Swegan seeks to improve fall enrollment
On November 18, Gary Swegan began serving as Youngstown State University’s first associative vice president for enrollment management.
Though his long-term goal will be to bolster the university’s enrollment numbers — which have fallen for the past three years — Swegan spent his first month on the job getting to know the campus.
“I have done about 110 appointments with people or committee meetings,” Swegan said. “I insist on going wherever people are.”
Swegan’s decision to learn the campus environment garnered praise from YSU President Randy Dunn, who said Swegan has made “all the right first steps.”
“He is working hard, putting in the hours, learning how our processes function at the institution and talking to many individuals who have an impact on building enrollment,” Dunn said.
With a month under his belt, Swegan indicated that it is now time to begin building the university’s enrollment infrastructure.
“I’ve enjoyed sort of figuring out the puzzle pieces, and now it’s a matter of starting to put them together,” Swegan said. “Now we’re about to head into what I call ‘phase one’ of some action planning.”
Though the exact numbers for spring semester have not yet been calculated, Swegan expects enrollment to be similar to that of fall semester — down about 3 percent. Part of Swegan’s “phase one” of action planning is to improve enrollment for next fall.
“Our immediate goal is to bring in a bigger fall and then do it again the next year. And then that snowball that’s been rolling down hill just as quickly starts to pick up momentum the other way,” Swegan said.
To bolster fall enrollment, Swegan said the university has considered creating a lower-level scholarship with less stringent continuation expectations, a move that could attract successful incoming students.
Swegan indicated that collecting enrollment data — including number of students per major, number of transfer students and number of students per class — will also help to improve the university’s enrollment.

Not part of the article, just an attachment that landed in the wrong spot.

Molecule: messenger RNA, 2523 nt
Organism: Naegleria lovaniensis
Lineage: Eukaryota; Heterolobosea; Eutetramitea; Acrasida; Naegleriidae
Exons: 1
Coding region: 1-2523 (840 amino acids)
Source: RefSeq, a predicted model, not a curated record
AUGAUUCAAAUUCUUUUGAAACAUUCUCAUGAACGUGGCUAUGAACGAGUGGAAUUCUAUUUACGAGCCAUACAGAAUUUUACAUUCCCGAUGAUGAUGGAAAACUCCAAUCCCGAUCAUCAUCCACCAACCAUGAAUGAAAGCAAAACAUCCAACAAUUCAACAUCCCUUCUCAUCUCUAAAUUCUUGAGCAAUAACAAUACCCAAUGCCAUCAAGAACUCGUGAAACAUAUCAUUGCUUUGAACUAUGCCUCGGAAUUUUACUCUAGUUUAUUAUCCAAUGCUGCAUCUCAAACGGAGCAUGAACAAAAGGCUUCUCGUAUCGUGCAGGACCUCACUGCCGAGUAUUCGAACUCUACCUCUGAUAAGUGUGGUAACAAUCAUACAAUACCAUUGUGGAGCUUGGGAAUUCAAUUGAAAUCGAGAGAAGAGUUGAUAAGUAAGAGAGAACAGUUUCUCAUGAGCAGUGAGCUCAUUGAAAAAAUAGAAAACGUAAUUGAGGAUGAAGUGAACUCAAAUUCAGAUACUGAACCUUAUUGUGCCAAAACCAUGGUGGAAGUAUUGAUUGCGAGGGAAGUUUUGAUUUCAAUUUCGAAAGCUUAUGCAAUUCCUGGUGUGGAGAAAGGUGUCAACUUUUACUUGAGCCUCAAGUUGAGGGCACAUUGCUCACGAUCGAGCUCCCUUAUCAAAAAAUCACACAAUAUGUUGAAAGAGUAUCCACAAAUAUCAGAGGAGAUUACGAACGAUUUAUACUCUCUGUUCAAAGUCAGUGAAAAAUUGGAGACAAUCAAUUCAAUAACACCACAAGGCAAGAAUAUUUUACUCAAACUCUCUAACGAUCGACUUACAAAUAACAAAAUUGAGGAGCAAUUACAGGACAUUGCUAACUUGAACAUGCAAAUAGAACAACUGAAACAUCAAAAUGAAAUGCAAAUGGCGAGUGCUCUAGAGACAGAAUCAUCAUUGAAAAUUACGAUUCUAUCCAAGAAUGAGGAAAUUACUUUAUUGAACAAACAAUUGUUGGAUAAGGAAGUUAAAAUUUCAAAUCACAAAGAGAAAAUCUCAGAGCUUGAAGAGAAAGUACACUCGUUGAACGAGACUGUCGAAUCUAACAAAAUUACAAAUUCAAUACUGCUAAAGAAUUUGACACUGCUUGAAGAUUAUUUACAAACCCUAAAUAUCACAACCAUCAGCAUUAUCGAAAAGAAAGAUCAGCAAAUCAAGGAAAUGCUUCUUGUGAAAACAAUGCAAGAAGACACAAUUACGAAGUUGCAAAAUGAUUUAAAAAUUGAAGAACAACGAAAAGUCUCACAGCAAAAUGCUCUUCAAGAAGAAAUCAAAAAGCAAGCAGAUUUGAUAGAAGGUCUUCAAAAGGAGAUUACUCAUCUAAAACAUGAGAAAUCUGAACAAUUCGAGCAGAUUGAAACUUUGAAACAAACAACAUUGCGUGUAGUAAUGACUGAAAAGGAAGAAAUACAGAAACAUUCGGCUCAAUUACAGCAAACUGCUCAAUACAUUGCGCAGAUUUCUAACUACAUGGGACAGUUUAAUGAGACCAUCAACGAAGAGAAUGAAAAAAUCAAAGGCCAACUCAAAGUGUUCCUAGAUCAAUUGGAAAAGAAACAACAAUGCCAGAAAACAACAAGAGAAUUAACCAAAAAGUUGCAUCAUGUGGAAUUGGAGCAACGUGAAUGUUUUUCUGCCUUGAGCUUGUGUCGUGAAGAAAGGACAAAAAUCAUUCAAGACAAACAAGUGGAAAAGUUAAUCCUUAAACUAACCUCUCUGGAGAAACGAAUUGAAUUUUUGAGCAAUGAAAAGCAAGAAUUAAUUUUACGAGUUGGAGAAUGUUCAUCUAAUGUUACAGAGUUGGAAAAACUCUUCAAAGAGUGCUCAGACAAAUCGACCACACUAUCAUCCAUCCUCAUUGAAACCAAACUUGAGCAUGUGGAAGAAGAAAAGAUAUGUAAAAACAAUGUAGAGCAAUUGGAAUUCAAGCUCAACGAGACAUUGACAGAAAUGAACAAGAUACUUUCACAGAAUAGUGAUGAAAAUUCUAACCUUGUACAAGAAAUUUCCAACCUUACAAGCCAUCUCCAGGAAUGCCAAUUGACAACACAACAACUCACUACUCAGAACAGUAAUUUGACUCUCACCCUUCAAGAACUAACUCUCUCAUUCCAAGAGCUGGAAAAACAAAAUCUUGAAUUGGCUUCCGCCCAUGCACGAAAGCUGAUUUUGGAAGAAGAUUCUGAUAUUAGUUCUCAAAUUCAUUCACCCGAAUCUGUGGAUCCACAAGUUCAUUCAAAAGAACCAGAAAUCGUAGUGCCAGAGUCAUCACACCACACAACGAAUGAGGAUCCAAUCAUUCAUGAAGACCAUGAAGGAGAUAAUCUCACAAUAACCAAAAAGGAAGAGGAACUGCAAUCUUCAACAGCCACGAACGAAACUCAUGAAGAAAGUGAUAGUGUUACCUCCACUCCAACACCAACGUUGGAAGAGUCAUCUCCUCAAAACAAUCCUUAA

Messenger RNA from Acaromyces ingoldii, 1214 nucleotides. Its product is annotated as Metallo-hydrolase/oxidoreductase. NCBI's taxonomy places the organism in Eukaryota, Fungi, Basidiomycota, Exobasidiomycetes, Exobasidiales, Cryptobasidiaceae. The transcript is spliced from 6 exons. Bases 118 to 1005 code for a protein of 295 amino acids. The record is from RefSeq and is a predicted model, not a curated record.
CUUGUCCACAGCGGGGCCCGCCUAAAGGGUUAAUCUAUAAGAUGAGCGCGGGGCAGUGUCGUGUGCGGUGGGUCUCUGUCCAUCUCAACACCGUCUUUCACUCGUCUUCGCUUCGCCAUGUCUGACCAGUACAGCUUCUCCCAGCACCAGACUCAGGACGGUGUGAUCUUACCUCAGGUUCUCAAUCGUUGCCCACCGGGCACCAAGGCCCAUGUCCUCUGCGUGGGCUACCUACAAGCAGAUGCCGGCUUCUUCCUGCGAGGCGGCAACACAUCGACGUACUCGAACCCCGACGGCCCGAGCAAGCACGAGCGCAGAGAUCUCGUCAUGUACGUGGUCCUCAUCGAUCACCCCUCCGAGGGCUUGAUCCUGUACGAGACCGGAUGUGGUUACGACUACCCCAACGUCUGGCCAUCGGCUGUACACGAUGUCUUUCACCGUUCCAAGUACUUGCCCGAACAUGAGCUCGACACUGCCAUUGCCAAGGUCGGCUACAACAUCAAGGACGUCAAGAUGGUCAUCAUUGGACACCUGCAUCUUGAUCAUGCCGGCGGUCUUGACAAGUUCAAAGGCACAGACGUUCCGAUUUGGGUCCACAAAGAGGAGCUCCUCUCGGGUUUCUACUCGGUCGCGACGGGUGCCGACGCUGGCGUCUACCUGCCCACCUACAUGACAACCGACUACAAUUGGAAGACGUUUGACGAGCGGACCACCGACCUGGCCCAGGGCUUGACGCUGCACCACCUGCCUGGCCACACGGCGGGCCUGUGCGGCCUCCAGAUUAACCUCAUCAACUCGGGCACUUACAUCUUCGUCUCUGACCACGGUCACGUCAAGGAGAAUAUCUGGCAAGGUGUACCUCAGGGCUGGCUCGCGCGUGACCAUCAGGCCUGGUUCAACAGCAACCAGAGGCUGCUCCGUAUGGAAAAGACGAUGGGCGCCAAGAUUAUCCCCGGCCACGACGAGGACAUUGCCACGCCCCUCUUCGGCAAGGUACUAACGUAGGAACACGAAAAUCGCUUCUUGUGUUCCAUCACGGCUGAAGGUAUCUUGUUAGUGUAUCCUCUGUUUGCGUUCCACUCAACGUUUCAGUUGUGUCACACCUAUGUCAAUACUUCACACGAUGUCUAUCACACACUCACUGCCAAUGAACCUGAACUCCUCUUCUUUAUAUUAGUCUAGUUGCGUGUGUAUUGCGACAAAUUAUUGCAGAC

“We’ve got to be able to provide information and get it in the right hands at the right time — meaning to academic hands particularly, so that we can deputize others to help us in the recruitment process,” Swegan said. “But right now, if I’m sitting out in a college and I can’t get the information from admissions or from whatever source, I don’t know who the students are that I’m seeking to recruit.”
Both Dunn and Swegan acknowledged that enrollment remains a problem for YSU, and solving this problem could take some time.
“It can take even two or up to three years to see the impact of the changes we’re making now to build enrollment,” Dunn said. “I still feel very good that we will eventually see growth in student numbers — the question is ‘will it be soon enough to mitigate some of the very tough financial challenges we’re facing right now, without having to majorly change our operational model in the meantime?’.”
Swegan added that despite enrollment challenges, he still has high hopes for the university’s future.
“[YSU is] a tremendous value, you get a great education, but we’ve got some issues we’ve got to overcome,” he said. “And, I don’t feel any less optimistic than on day one.”